The Canadian Writers' Collective

Writing, and writerly tangents

Tuesday, June 13, 2006

Review: Clearing in the West

By Anna McDougall

As soon as Heritage Park opens its gates to summer explorers, I am among the first clipping along the boardwalk, over the train track, and on to Main Street. Children in tow, I linger at the yellow ranch house and the dairy barn, immersed in romantic images of pioneering life in the west. In my daydreams I underestimate the harsh day to day struggles, looking past the physical labor that must have been more tiring than I can possibly imagine. In the midst of my hectic 2006 mothering moments juggling the multitude of opportunities available to enrich my children’s lives and balancing constant chauffeuring responsibilities with the barrage of X Box, Ipod, and DVD distractions, the straightforward nature of life at the turn of the century looks like peace to me.

I took it one step further this spring and picked up Nellie McClung’s Clearing in the West: My Own Story. This edition, re-released last year to commemorate the seventieth anniversary of the original publication is introduced beautifully by Aritha van Herk. I found the escape I was longing within the first dozen pages and set to draw the story out, enjoying just a few pages at a time, following along leisurely with my old atlas, as the Mooney family moved from Owen Sound to their new home on the prairies. As I discovered McClung’s talent for beautiful prose in her expertly detailed descriptions and the intellect evident in her perceptions even as young as six, I realized the inspiration available in this memoir and found I couldn’t put the book down until I’d finished all 417 pages.

The story begins literally the day of the author’s birth in 1873 as the first chapter examines the anticipation felt in the family home, the preparations required for welcoming a new baby, and the male reaction when “another” girl is born. McClung takes the reader on an intimate tour of her life at home with her five older siblings and her parents as they settle land near a town called Millford in southern Manitoba. The community builds schools, receives ministers, hosts Saturday night parties, and worries about politics and railroads and crops. Her story is accessible as it covers the domestic and social details of her community but it also confronts the tough issues of the day. For example, during the trial and execution of Louis Riel, she explains how she and her classmates dramatize the conflict in the school yard, she of course taking the role of Indian Chief Poundmaker.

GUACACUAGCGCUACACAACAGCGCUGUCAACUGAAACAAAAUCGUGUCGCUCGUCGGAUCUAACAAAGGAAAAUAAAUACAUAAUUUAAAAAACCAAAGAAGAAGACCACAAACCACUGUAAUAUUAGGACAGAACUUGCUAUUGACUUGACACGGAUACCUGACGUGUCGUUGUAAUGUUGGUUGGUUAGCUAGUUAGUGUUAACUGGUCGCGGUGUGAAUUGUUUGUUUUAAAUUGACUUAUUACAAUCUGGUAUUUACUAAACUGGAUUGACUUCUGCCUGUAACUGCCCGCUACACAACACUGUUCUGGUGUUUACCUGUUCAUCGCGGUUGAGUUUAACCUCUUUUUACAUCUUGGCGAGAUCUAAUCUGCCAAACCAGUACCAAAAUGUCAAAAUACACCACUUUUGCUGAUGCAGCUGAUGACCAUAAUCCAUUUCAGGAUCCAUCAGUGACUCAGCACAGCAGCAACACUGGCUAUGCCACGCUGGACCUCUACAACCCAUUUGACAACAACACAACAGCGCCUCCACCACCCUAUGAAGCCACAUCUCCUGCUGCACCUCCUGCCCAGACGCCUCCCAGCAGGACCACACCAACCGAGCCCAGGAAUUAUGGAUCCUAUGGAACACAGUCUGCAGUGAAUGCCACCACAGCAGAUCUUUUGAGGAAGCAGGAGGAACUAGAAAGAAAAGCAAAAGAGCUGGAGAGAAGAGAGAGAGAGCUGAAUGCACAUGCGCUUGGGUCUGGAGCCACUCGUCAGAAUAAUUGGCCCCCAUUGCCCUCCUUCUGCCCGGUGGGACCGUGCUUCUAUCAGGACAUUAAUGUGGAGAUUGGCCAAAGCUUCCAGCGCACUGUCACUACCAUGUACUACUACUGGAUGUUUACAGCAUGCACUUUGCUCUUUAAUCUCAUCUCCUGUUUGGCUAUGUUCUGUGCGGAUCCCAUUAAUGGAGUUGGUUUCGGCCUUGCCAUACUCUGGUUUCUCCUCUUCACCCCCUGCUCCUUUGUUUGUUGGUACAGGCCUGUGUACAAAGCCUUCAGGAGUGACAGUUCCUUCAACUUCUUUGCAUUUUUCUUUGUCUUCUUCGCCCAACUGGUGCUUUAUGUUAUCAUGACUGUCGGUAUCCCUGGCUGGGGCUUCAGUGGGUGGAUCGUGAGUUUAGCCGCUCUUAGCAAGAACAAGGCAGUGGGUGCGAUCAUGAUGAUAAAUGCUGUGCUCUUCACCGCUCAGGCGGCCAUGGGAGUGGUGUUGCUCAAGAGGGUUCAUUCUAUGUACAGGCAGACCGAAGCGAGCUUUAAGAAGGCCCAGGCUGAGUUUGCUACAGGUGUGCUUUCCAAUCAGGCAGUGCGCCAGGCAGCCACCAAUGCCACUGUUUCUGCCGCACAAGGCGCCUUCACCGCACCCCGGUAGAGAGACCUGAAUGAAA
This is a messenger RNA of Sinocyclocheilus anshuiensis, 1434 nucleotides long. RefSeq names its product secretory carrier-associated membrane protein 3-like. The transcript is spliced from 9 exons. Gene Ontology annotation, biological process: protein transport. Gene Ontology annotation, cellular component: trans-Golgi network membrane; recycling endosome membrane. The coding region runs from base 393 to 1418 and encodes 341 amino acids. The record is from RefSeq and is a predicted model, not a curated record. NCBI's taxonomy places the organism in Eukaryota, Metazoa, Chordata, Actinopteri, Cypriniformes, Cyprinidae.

That the entire memoir occurs during McClung’s first twenty years is significant. The rich illustrations of her childhood experiences are impressive in their detail whether the accuracy is due to a sharp memory or thorough subsequent research. As a writer with dreams of publishing a novel set in my own time, I was inspired by this quality and the foresight McClung had to include information readers a century later would find meaningful. She takes time to note the appreciation expressed by her teacher as he receives a homemade gift from her mother.

“…they are a symbol of an era in our history that is passing…think of what these socks mean: wool on a sheep’s back, converted into sock’s on a man’s feet, all done by one pair of skilful hands…you (have created) something beautiful as well as useful.”

I had to remind myself over and over that McClung wrote the book in the 1930s. She recounts dialogue and sentiment so clearly it is as if she were writing today about something that happened last week.

Like any good Canadian writer, McClung worships the land in her prose detailing the unique scents of prairie grasses, the beauty of open fields, and personality of the winds. Throughout her writing - rain or shine – her positive outlook is present.

I loved the winter scene…Plenty of snow meant moisture for the soil, and the deadly frost killed noisome insects and made possible No. 1 Hard wheat, which was our fortune. There was a kindness in the cold. It made food taste better, fires burn more brightly, and brought people into closer family circles. I knew what the psalmist meant when he spoke of the virtuous woman who was “not afraid of the snow for her household.” She knew it drove her family into the circle of lamplight and made it easier to get the children to do their homework, and strengthened the bonds of affection.

But in heat too she found pleasure;

...wide-open country heat, windy heat that dried the sloughs and cracked the ground, but the air was always fresh and sweet with honest earthy odours.

Clearing the West illustrates how McClung’s political attitudes were formed with respect to the role of women and the danger of alcohol to the community. At the age of eight, she is shocked to learn that while the women in her family voice their political preferences at home, they do not have the opportunity to vote. It is young Nellie that is the most outspoken of all and is often quieted by her mother who holds an “old world reverence for men”. Throughout the book, McClung regards women in her community with bewilderment and understands early that she is a different sort of girl. She feels that she will never be content raising a family on her husband’s farm and is frustrated by this quality for she knows the challenges ahead.

McClung contemplates the fate of a girl her age who finds herself pregnant before marriage.